Working hard and earning a university degree will likely be a significant milestone in your child’s life. While it is an outstanding achievement, there’s a chance they may accrue substantial debt along the way.
The rules surrounding student loans changed in September 2023, bringing down the earnings threshold and extending the maximum term length of the debt. As such, you may be concerned about how this debt could weigh your child down as they begin their adult life.
Even though some parents decide to help their children pay off their loans early, you may want to think twice before you do so. Continue reading to discover how the new changes to student loans work, and the benefits and downsides of helping your child pay off their debt early.
Rules surrounding student loans changed in September 2023
From September 2023, the rules surrounding student loans changed. New “Plan 5” loans launched for anyone starting higher education after 1 August 2023.
Under the previous “Plan 2” system, graduates who still have student debt after 30 years of finishing their course are no longer liable for repayments and the debt is written off. Now, under the new Plan 5 rules, this 30-year term has been extended to 40 years.
The government says it introduced this reform to ensure “value for money” for the taxpayer, though it may mean that low- and middle-earners could still be repaying their student loans well into their 60s.
Moreover, the earnings threshold at which graduates from England become liable to start repaying their student loans has dropped from £27,295 to £25,000 under the Plan 5 system. On the plus side, the interest rate on the amount borrowed has decreased to the Retail Prices Index (RPI), rather than Plan 2’s “RPI plus 3%”.
Even though the interest rate on student debt has decreased, the new Plan 5 system essentially means that loans will be more expensive. In fact, MoneySavingExpert states that:
- Under Plan 2 rules, the government contributes 44p for every £1, and only 23% of borrowers are likely to clear their debt in full
- Under the new Plan 5 system, the government contributes 19p for every £1, and 52% of borrowers are likely to clear their loans in full.
Whether your child is a new starter and faces the Plan 5 rules, or completed their course before September 2023 and are still paying off their debt under the Plan 2 system, you may be wondering whether you should help them pay off their student loans early. Read on to discover the interesting benefits and downsides of doing so.
Your child could enter their adult life debt-free if you help them pay off their loans
Perhaps the main benefit of helping your child pay off their student loans early is that they could enter their adult life debt-free, potentially lifting a weight from their shoulders.
In addition, if your child predicts their salary will reach a level that means they’ll end up repaying their loan in full, and they haven’t any other more pressing debts or financial commitments, it may be worth helping them repay their loan early. By doing so, they could avoid extra interest accruing on the debt.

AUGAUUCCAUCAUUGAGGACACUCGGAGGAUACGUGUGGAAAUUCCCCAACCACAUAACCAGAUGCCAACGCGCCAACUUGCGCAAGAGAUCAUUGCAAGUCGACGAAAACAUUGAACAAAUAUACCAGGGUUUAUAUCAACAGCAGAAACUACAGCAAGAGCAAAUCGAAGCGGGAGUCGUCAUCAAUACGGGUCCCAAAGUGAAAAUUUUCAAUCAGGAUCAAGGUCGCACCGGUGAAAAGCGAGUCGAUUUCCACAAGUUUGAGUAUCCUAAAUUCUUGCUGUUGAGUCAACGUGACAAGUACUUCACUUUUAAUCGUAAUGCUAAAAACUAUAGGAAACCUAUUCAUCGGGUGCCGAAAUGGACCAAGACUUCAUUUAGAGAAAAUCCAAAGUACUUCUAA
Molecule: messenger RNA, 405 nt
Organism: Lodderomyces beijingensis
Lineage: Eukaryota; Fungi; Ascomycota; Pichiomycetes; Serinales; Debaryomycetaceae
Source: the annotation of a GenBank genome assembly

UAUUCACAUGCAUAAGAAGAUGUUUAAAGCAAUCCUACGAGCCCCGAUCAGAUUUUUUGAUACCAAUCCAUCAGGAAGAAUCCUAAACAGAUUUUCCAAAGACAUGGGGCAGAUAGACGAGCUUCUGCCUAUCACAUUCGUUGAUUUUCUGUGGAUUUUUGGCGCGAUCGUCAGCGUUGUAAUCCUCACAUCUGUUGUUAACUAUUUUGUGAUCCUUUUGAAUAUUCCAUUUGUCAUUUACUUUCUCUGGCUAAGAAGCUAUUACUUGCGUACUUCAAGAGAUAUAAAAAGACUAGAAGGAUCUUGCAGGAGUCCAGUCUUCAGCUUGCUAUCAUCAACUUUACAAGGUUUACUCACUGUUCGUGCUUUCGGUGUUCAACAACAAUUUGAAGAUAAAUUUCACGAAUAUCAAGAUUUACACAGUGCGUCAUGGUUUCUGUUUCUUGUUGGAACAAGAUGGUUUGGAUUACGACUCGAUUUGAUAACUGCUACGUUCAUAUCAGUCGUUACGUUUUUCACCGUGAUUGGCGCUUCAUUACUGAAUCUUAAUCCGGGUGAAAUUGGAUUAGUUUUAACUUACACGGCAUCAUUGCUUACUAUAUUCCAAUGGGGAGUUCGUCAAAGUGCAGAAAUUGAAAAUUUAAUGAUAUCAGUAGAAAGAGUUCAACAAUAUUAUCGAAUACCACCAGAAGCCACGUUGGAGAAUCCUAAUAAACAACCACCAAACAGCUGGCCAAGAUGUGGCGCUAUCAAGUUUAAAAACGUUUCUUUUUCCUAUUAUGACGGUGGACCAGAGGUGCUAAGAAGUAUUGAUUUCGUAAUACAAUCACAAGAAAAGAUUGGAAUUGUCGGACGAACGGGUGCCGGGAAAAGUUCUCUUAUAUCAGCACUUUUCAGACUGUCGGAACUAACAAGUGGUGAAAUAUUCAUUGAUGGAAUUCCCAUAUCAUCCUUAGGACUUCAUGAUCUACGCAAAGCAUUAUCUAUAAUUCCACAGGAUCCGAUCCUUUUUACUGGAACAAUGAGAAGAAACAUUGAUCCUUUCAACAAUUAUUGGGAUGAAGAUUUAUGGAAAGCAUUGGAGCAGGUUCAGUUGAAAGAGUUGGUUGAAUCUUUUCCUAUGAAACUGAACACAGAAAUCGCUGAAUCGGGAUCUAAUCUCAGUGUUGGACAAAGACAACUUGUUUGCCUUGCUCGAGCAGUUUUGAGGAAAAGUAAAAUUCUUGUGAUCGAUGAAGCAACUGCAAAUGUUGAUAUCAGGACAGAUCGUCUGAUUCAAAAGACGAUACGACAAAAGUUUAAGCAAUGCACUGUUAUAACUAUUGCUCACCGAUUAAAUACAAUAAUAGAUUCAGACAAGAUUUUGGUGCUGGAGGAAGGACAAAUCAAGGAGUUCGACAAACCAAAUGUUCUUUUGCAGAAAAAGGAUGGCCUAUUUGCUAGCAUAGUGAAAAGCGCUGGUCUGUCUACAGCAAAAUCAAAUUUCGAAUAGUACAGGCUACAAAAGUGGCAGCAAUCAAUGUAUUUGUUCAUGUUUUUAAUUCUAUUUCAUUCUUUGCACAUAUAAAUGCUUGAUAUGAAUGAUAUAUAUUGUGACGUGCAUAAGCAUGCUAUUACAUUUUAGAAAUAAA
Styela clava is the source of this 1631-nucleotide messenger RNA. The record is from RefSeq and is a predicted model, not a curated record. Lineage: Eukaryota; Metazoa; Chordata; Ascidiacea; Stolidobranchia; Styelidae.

Also, while student loans don’t affect your children’s ability to borrow money for other milestone purchases, such as a home, lenders do consider it when calculating their affordability.
There are several reasons you may want to think twice about helping your child pay off their loan
Certain scenarios exist that mean your child would not repay their student debt. These include:
- If their salary is under the earnings threshold – this is £27,295 for students on Plan 2, falling to £25,000 from August 2023 for Plan 5 loans
- If any balance is outstanding 30 years from graduation on the Plan 2 system, or 40 years under the new Plan 5 rules
- If they pass away.
Since several conditions would mean your child may never pay off their loan, it may be best to consider alternative uses for a lump sum rather than repaying the loan.
Even if they earn above the earnings threshold – say £30,000 – they only pay 9% of their earnings between £25,000 (or £27,295 if they are on a Plan 2 loan) and £30,000. This might get them nowhere near to paying back the loan in full after the 30- or 40-year term.
Instead, your child could use the money that would have initially paid off their loan elsewhere, potentially helping them invest in their future.
For instance, the Commons Library reveals that the forecast average debt for the cohort of borrowers starting their course in 2022/23 is £45,600. Yet, instead of repaying their loan, any financial help you provide could instead be drip-fed into savings and investments to help your children save for future goals, such as the deposit for a home or bolstering their retirement fund.
Additionally, this money could be better off in an emergency fund, ensuring that your child has a robust financial safety net in place to protect them from any unexpected events.
Before any of this, it may be prudent for your child to pay off any other high-interest debts they have first, as these can quickly snowball and accumulate significant value.
Speak to a professional before you make any decisions
As you can see, whether you should help your child pay off their student loan early depends on their likely salary and any future financial goals and milestones, and this will be different for everyone.
So, if you still aren’t sure whether helping them pay off student debts is the right decision, it may be prudent to speak to a financial adviser first.
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